This all begs the question: Why does ADHD appear to have an outsize impact on women’s money management compared to men's? Professor Brown says there’s evidence that women with ADHD self-report higher levels of impairment in several areas of life than men, including money management. "It’s possible this is due to women’s expectations for their own performance being negatively influenced by societal expectations," Professor Brown suggests.
"Women may perceive their ability to perform financial tasks as being poor because of the stereotypes society holds that women (and people with ADHD in general) have a decreased ability to manage their lives."
Since receiving their diagnoses, both Nadia and Hannah have a better awareness of how their ADHD manifests and impacts their money management. This has enabled them to design ways of managing their money that work with their ADHD.
"I try to make it fun," Hannah says. "I make sure my budget spreadsheet is decked out in pretty colours and I have an aesthetically pleasing photo tied to each savings goal, like a mini vision board." By making her banking "dopamine friendly", she no longer dreads opening her banking app to check her account and has started saving for the first time using savings pots.
Nadia also enjoys "gamifying" her money goals to keep her engaged and ensure her finances don’t feel like a "burden". She’s set up several hidden savings pots so that saving money doesn’t need to be an active choice. This is helpful given her propensity for forgetfulness and discovering the pots "gives me that little dopamine hit, which is something people with ADHD struggle to maintain," she says.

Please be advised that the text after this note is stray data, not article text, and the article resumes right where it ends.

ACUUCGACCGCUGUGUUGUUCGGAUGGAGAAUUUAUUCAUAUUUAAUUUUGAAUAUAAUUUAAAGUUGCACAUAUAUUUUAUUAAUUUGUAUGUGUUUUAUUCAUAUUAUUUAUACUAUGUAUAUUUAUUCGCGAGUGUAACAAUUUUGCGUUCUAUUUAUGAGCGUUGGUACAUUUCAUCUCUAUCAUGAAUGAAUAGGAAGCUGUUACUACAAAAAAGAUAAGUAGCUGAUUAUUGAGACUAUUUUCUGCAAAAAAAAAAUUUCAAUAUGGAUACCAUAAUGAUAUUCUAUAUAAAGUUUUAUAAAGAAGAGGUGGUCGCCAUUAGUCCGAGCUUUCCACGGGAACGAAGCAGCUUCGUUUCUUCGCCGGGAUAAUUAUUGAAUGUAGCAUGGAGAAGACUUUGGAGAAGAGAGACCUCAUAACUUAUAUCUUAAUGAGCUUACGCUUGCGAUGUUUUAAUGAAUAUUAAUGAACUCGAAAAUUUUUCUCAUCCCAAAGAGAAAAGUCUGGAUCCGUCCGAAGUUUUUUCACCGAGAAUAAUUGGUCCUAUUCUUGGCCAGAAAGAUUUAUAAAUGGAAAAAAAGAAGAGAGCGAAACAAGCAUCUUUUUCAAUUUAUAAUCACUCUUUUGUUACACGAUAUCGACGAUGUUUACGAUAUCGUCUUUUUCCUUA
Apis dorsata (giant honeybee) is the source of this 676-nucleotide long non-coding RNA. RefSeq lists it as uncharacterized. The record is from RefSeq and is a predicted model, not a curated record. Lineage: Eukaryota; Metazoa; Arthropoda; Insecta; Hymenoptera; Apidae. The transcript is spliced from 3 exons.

To reduce the urge to impulse spend, Nadia also has an account that doesn’t allow her to withdraw cash unless she goes to the bank, "which of course I’ll put off and never get around to". 
She also tries to interrogate her "urge to splurge" when it happens. She asks herself: "Am I anxious? Upset? Excited? Self-sabotaging? If so, why? Is there another way to meet my needs that doesn’t involve impulsive spending?" She tries to understand the root cause of what she’s feeling before spending money unnecessarily.

Am I anxious? Upset? Excited? Self-sabotaging? If so, why? Is there another way to meet my needs that doesn't involve impulsive spending?

For those with ADHD who want to stop impulse spending, Professor Brown suggests: "Try taking a photo of something you want to buy and look at it later to see if you still want it. Even freezing your credit card in a block of ice so it’s harder to use but still available in emergencies can help." If you have significant debt, seek help from organisations like StepChange.
Hannah recommends keeping your banking app notifications turned on if you have ADHD as they stop your bank account from being "out of sight, out of mind".
Another thing that helped Hannah was "ripping the plaster off and talking to people about my money problems," she says. "Friends and family were able to help me gain perspective on my situation and find a way forward. Now I feel more comfortable asking for advice."
As simple as it sounds, she also suggests getting into the habit of checking your bank account regularly. "At first it will feel horrible and anxiety-inducing but the more you do it, the more those feelings will go away until they’re practically nonexistent."
She continues: "Habits are hard for ADHD-ers but you have to make money management a habit. I chose one tiny habit to focus on, which is checking my bank account several times a week. That has had a domino effect on everything else."
*Name has been changed